If you’re wondering what’s going on in the legislature, you’re not alone. This past week I’ve had several people reach out to me asking “what’s all the ruckus about?” At the risk of over-generalizing, here’s a broad view of why the recent scramble.whats-going-on

According to the Oklahoma Constitution, the legislature cannot pass revenue raising measures in the last five days before session ends. Session always ends the last Friday in May. Therefore, May 26th is officially the last day of the 2017 legislative session.

Oklahoma, unlike the national legislature, must have a balanced budget every year. You’ve probably heard a budget deficit number to the tune of $900 million being thrown around recently. You can imagine how economic ideologies would conflict on ways to fill this hole. Further conflict arises from a law passed in 1992, which requires a supermajority, or three quarters of the legislature, vote of approval in order to pass any kind of tax-increase.

However, both parties seem to be in agreement, in general, that Oklahoma must pass revenue raising measures in order to survive. Our core services such as, the Department of Human Services, law enforcement, and education have been cut to the bone. To the point even some of the staunchest anti-tax legislators are anxious about doling out another 14% across-the-board cut to DHS. This deficit would be devastating to Oklahoma’s most vulnerable children, especially for those in state care.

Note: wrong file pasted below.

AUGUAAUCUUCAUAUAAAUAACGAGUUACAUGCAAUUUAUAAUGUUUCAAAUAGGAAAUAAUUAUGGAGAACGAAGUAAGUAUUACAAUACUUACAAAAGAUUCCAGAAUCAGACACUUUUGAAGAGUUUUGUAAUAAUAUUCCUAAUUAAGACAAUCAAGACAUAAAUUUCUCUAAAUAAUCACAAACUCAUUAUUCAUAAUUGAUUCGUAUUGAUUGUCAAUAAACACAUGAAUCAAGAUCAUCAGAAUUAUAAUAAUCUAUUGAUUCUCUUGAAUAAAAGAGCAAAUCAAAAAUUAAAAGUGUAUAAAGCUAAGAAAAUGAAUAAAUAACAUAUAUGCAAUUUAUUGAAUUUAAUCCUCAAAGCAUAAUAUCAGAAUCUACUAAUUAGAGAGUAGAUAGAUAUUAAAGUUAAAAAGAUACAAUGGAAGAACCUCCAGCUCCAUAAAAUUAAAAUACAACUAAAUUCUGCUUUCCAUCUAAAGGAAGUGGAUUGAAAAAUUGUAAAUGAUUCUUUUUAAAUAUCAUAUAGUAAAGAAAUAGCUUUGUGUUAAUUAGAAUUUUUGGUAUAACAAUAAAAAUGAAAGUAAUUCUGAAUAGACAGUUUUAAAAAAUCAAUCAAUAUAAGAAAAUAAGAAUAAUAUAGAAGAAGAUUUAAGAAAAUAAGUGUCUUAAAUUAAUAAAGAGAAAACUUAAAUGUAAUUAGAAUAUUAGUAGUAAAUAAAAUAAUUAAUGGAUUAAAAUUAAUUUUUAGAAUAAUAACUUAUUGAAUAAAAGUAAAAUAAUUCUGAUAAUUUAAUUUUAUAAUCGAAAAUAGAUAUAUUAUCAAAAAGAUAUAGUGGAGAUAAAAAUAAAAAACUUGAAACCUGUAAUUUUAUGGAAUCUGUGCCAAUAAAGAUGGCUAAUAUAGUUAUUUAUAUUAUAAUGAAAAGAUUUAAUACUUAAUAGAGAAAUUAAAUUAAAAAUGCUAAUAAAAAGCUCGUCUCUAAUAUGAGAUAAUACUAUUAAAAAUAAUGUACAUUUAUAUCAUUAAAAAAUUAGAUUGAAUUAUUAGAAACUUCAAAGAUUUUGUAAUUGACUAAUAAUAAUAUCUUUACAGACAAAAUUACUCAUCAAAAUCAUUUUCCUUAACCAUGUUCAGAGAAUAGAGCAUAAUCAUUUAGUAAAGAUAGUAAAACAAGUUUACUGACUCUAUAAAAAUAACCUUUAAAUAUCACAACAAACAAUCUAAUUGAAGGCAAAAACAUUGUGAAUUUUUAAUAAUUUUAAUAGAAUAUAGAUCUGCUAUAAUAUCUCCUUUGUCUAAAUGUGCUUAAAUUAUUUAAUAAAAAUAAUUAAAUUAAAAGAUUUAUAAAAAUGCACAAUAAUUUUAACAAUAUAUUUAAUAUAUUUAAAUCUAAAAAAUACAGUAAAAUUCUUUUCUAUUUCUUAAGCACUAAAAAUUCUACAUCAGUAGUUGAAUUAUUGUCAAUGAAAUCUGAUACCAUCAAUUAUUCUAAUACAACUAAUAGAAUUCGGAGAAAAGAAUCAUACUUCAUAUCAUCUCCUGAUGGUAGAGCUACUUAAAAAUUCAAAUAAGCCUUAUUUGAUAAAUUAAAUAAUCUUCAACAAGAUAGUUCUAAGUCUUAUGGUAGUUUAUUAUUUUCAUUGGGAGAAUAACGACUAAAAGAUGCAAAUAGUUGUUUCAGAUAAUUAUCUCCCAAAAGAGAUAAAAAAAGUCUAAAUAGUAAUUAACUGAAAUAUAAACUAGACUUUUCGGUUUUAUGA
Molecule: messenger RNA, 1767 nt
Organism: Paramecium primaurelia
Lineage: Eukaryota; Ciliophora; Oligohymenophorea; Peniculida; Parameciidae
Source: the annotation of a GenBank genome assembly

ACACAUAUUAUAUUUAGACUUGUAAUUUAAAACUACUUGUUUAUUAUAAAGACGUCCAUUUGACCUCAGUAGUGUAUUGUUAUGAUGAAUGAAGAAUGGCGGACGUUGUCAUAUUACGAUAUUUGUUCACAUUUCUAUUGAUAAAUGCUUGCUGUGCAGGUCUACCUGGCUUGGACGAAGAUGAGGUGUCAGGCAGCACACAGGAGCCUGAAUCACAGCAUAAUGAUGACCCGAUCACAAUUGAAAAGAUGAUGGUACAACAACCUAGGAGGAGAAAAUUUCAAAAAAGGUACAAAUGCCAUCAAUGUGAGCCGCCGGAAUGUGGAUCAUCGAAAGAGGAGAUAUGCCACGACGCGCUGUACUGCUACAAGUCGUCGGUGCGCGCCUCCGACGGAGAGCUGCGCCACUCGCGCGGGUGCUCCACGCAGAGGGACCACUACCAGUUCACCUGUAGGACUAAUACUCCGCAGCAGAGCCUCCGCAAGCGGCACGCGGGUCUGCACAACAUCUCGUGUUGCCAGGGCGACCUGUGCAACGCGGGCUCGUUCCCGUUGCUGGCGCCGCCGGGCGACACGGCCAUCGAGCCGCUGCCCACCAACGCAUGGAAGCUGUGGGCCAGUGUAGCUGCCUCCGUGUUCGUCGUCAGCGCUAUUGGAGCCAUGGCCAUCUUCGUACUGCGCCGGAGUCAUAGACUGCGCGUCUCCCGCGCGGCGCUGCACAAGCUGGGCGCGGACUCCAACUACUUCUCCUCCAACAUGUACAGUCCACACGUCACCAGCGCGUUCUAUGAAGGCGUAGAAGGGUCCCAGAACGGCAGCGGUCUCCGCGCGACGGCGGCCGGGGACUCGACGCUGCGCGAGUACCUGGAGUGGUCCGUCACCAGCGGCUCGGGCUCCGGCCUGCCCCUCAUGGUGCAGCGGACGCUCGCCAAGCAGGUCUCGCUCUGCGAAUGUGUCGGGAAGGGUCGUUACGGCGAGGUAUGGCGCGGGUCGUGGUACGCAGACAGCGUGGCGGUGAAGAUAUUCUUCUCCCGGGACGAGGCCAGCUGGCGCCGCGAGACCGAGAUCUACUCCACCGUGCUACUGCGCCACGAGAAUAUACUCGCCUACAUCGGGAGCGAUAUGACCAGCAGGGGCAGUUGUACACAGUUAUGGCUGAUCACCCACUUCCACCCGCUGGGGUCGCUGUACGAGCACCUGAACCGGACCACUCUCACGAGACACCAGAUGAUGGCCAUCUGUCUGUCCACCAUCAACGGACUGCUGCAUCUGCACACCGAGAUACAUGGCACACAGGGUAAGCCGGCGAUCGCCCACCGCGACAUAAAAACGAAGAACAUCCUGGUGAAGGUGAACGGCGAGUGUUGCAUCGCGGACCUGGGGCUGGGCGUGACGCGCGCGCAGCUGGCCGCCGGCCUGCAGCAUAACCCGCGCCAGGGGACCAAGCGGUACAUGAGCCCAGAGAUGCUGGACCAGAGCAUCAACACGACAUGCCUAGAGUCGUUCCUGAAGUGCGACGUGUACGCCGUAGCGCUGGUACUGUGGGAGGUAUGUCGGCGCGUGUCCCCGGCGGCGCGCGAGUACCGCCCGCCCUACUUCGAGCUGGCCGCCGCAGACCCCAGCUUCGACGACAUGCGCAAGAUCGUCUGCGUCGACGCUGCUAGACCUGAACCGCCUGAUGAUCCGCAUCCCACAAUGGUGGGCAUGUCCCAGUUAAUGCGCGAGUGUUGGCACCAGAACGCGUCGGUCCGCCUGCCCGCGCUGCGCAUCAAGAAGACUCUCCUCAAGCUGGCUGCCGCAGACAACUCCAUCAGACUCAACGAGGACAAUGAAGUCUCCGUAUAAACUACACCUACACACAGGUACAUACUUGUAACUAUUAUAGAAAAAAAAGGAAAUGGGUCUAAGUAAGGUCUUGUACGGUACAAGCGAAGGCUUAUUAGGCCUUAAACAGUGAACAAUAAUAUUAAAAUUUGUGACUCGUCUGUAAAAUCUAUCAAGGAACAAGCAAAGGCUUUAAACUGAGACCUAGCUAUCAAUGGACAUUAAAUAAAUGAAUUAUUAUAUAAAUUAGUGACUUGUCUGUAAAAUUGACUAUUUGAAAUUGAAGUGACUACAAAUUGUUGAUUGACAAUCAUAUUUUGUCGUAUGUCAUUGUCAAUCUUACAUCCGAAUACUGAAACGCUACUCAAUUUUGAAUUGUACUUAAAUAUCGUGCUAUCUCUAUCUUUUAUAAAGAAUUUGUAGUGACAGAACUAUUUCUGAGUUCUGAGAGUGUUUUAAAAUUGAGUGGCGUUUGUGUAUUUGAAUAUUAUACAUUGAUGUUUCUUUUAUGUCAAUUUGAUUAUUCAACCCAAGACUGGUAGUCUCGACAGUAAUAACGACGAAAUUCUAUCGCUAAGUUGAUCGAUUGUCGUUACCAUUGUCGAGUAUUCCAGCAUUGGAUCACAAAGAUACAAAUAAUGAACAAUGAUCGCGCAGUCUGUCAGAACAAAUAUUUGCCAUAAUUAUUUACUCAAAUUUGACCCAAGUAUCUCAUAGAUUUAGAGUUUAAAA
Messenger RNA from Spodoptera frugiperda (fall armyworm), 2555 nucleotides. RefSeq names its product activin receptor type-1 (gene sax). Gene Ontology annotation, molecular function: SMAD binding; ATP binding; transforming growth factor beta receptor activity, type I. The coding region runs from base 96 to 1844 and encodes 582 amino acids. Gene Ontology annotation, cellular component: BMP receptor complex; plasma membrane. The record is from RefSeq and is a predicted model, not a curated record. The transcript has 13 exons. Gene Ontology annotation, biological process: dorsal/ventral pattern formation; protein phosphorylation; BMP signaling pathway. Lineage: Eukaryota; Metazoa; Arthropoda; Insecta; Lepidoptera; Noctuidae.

Our legislature convened this past Saturday, May 20th, in order to come to a consensus on the budget before hitting the deadline. Despite Saturday’s scramble at the Capitol, our legislature failed to come to an agreement. Because we are in the last week of session and a budget has not been agreed upon, our Governor will likely call a special session. Though a necessity, this special session is a bit counter-productive as each day costs Oklahoma roughly $35k.


Want to know more about the legislative process? Check out OICA’s new Legislative and Advocacy Guides.


me2Lani Habrock is the director of KIDS COUNT at the Oklahoma Institute for Child Advocacy. As a former contender for the State House of Representatives she believes legislative advocacy is an important work we must all take responsibility for in order to create positive change for all children in our state on a population-wide level.

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